The EU Semester undervalues health promotion and investment in health across the life course in its recommendations to countries

Ministers for employment, social affairs and health gather on 18-19 June to discuss the next steps in the European Semester process. They will discuss the social and employment aspects of the Country-Specific Recommendations (CSRs) (1), including those related to health. Outcomes of the discussions will feed into the CSRs, due to be endorsed by the European Council at its meeting on 25-26 June.

EuroHealthNet is highly concerned about the reduced focus on health promotion and integrated services that prevent and tackle the underlying causes of poor health, as part of health system reform recommendations. For pensions, efforts need to be stepped up to improve health equity across the life course, particularly in countries where the differences between retirement ages and lower healthy life expectancy are pronounced. The EU Semester also lacks recommendations on adequate investment in children and families, as services and support need to be both universal and responsive to need in order to achieve health equity.

Following the release of the recommendations in May, EuroHealthNet analysed all the CSRs (2), looking at three issues: 1) recommendations to increase retirement ages, 2) recommendations aimed at children and families, and 3) recommendations concerning health.

The analysis finds that:

  • Simple calls to increase SR ‘in line with life expectancy’ need to be considered in the light of HLY. Only 6 of the 13 countries receiving CSRs to increase pension/retirement age can expect people to work longer without facing long-term activity limitations; of these, only 4 would be able to do so for both sexes. While activity limitations do not necessarily mean people cannot continue working, they do suggest that adaptations and efforts are needed to keep workers in the labour market. Lower socio-economic status (SES) groups have much lower HLY than higher SES groups, so increasing statutory retirement ages without sensitivity to poor health status is likely to affect already disadvantaged people disproportionally.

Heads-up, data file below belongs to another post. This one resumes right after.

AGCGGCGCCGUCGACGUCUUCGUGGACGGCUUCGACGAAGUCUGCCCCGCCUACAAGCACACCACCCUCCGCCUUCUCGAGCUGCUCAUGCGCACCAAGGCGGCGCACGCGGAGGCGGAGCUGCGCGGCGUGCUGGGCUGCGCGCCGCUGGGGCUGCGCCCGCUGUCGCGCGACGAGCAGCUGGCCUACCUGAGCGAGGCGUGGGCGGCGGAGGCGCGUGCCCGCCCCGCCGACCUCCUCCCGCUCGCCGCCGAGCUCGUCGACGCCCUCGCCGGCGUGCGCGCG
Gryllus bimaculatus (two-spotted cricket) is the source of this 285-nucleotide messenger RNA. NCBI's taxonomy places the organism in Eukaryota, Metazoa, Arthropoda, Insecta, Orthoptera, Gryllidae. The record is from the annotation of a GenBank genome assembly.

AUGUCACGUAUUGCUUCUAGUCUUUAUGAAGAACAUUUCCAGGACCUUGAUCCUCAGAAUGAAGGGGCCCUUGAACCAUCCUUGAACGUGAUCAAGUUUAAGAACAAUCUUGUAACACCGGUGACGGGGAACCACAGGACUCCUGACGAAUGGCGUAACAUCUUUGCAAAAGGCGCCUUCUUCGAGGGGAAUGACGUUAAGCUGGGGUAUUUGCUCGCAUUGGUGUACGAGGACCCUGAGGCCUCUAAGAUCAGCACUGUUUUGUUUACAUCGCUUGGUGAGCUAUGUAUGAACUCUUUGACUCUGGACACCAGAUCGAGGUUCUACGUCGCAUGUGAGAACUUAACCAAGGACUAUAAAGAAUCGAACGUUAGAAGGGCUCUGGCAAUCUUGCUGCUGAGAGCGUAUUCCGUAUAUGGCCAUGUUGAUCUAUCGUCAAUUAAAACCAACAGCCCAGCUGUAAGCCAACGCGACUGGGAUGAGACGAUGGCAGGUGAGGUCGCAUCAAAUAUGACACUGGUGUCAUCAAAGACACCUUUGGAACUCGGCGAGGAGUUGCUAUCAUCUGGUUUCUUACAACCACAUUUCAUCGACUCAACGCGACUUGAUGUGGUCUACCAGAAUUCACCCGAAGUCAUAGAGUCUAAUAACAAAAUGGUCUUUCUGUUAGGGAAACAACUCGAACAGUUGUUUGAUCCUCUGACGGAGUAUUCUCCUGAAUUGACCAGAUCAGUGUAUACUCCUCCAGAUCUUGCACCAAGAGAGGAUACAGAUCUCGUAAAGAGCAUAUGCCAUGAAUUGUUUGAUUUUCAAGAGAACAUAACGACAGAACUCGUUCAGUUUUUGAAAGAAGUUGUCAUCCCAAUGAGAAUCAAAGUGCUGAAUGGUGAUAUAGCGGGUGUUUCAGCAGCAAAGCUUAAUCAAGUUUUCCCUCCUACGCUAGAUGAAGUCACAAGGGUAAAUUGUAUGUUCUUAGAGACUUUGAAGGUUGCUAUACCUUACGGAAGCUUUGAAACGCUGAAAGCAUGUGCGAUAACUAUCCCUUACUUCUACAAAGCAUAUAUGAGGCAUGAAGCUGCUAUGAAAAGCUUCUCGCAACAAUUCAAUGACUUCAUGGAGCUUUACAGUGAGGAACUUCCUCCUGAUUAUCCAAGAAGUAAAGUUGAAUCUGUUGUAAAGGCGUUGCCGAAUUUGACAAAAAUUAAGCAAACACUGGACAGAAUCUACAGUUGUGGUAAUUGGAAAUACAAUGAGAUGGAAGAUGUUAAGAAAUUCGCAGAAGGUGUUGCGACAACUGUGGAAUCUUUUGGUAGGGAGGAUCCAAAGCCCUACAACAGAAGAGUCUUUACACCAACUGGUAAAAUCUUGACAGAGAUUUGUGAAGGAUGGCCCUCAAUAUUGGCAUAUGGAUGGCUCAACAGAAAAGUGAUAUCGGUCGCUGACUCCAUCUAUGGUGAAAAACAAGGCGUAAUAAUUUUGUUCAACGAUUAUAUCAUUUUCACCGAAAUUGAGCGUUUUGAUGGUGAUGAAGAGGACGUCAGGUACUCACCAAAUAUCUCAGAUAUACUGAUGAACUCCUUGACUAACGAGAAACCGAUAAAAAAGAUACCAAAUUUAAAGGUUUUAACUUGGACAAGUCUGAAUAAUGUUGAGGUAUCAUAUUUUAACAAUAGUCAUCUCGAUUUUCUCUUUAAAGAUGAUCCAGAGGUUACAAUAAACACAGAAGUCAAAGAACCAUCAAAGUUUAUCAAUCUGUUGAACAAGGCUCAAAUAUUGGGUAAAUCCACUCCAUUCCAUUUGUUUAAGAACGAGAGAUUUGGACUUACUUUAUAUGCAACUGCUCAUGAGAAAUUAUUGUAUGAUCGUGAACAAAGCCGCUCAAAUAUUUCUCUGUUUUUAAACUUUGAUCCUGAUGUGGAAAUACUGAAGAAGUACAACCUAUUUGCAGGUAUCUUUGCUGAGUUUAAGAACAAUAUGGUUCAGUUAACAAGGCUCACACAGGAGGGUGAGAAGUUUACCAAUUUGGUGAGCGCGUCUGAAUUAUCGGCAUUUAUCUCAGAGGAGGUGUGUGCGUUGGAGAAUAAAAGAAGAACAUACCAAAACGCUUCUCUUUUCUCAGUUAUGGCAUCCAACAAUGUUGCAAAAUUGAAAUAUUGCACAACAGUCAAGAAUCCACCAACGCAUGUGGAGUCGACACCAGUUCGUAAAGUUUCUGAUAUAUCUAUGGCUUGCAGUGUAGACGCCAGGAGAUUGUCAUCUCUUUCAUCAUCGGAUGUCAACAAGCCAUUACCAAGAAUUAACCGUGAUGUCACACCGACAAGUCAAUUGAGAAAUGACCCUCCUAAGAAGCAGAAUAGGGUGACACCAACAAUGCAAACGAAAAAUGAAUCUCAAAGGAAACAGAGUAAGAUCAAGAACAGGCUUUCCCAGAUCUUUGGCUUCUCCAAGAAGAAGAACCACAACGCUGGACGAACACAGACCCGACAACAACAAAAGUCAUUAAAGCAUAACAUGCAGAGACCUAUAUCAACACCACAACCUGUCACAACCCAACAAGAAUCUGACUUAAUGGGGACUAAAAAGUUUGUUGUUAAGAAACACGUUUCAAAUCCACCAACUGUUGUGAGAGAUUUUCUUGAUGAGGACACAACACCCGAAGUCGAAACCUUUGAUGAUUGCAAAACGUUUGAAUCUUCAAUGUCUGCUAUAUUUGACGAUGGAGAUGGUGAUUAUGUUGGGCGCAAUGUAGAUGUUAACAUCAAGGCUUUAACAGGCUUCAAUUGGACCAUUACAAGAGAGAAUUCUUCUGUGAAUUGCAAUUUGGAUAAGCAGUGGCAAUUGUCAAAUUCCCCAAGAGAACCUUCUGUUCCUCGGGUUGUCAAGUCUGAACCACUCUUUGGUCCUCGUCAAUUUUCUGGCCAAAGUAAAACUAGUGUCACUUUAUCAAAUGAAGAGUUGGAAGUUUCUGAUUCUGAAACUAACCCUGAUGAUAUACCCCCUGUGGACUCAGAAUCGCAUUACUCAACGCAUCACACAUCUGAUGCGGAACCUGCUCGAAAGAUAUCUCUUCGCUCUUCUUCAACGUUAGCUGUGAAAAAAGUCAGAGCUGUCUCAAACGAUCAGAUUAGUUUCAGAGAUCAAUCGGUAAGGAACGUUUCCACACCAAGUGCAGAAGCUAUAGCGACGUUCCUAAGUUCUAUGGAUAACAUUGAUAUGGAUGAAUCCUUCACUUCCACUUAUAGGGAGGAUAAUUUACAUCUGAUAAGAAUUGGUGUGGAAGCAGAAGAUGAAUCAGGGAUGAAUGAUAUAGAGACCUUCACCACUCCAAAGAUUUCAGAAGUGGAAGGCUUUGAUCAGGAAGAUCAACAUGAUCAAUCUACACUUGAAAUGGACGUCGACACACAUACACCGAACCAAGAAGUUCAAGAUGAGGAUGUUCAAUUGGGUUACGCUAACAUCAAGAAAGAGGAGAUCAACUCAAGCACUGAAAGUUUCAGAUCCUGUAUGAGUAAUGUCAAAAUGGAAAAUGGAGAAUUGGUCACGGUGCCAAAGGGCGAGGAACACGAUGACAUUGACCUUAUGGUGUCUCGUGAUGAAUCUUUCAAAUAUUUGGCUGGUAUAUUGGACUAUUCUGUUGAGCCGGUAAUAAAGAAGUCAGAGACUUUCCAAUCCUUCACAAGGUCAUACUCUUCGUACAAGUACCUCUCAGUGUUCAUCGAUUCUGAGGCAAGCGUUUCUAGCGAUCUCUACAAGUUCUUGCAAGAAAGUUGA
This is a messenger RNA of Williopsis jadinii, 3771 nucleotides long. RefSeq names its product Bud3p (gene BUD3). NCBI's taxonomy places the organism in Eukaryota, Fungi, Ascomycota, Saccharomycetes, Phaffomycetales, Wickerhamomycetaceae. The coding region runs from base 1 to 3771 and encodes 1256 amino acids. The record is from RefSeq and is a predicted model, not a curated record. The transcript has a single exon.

• For child and family CSRs, too little emphasis is placed on early investment in early child development or on encouraging early intervention. Just three countries received a CSR on early intervention in 2015. This is extremely worrying, given that early intervention is widely considered one of the most effective means of preventing health and social problems later on.
  • CSRs related to health are characterised by a contradiction: they focus on cost-effectiveness, performance and the efficient use of resources while failing to mention health promotion and disease prevention, the importance of mental health or the need to address health inequalities. Yet cost-effectiveness and efficient use of resources is not possible without focusing on these latter issues. (3)

 “Our analysis clearly shows that the EU Semester undervalues the crucial role of health promotion and health investment throughout the life course. Heads of state and governments have time to reconsider the design of CSRs so that reforms are implemented that not only benefit health and wellbeing for all European citizens, but contribute to long-term economic recovery at the same time”, states Caroline Costongs, EuroHealthNet Managing Director.

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Notes to editors:

  1. Ministers will hold a policy debate on the employment and social policy measures contained in the Country-Specific Recommendations. These recommendations offer tailored advice on actions that each EU country should take to meet commonly agreed objectives.
  2. The document is available here
  3. To access directly the document, click here
  4. A recent paper by DG Economic and Financial Affairs (ECFIN) notes “it is universally acknowledged that lifestyle factors, such as tobacco smoking, obesity, wrong diet and lack of physical activity have a significant impact on health outcomes, increasing demand for health services. Major chronic diseases can often be prevented through lifestyle changes. Prevention policies may lead to a longer period of life without diseases and reduce costs. However, the health benefits of prevention may also increase the overall life span in such a way that especially older people can live longer but with chronic diseases… moving resources from treatment to prevention of cardiovascular diseases or diabetes will increase the cost-effectiveness of spending, while relying on treatment alone will be suboptimal”. Available here.

For more information, contact EuroHealthNet Policy & Research Senior Co-ordinator Linden Farrer.